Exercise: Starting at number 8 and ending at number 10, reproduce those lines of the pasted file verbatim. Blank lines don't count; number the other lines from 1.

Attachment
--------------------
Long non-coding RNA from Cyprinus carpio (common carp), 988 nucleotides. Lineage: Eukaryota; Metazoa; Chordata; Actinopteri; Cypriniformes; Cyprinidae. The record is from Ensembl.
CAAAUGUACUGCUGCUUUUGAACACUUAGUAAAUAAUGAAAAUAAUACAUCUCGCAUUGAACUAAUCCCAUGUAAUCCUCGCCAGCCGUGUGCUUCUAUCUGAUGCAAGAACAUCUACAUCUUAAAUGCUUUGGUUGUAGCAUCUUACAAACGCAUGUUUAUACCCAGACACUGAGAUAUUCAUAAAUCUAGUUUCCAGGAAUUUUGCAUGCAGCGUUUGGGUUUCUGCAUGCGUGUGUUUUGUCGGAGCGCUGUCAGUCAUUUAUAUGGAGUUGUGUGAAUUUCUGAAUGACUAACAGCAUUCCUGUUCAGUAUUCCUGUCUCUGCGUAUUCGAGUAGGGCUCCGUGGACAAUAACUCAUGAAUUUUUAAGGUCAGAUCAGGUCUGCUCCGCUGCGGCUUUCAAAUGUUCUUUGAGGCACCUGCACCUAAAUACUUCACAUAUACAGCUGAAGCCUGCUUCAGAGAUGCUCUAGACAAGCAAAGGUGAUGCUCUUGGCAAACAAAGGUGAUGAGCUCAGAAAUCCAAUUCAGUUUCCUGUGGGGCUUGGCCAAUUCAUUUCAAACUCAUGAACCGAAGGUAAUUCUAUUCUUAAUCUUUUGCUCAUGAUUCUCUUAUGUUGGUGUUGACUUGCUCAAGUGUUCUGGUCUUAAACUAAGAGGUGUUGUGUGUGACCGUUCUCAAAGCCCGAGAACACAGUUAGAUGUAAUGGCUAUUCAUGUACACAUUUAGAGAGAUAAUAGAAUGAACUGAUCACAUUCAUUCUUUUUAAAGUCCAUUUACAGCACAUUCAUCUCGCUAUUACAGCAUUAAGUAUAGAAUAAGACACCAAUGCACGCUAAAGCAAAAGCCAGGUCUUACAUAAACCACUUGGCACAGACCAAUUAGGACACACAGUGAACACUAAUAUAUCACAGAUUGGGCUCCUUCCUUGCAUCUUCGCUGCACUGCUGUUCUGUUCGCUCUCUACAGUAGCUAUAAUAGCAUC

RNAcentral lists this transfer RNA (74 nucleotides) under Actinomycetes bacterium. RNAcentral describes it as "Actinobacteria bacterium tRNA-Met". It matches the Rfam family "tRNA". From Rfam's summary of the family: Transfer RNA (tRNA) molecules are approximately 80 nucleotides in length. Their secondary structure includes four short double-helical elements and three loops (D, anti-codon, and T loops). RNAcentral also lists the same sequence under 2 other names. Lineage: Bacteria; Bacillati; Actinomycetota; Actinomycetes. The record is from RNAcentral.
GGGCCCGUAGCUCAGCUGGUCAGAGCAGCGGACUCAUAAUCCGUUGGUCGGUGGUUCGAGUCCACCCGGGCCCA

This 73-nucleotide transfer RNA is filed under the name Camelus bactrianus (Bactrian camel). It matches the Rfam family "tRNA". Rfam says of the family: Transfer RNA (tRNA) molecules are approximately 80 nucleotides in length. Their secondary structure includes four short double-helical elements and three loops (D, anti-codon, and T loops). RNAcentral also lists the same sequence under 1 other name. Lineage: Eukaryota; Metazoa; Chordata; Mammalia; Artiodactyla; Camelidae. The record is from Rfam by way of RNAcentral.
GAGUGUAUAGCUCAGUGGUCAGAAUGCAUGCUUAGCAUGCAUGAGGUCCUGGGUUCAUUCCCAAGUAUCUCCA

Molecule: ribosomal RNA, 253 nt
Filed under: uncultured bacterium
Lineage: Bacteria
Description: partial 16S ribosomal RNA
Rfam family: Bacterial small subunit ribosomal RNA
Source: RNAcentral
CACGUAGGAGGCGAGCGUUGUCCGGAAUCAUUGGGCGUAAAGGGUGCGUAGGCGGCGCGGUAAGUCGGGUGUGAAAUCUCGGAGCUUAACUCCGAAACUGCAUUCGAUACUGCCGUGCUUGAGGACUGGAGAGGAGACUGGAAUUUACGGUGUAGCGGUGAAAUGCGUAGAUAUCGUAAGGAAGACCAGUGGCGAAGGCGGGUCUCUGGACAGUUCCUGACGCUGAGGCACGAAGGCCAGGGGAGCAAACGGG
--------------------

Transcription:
Filed under: uncultured bacterium
Lineage: Bacteria
Description: partial 16S ribosomal RNA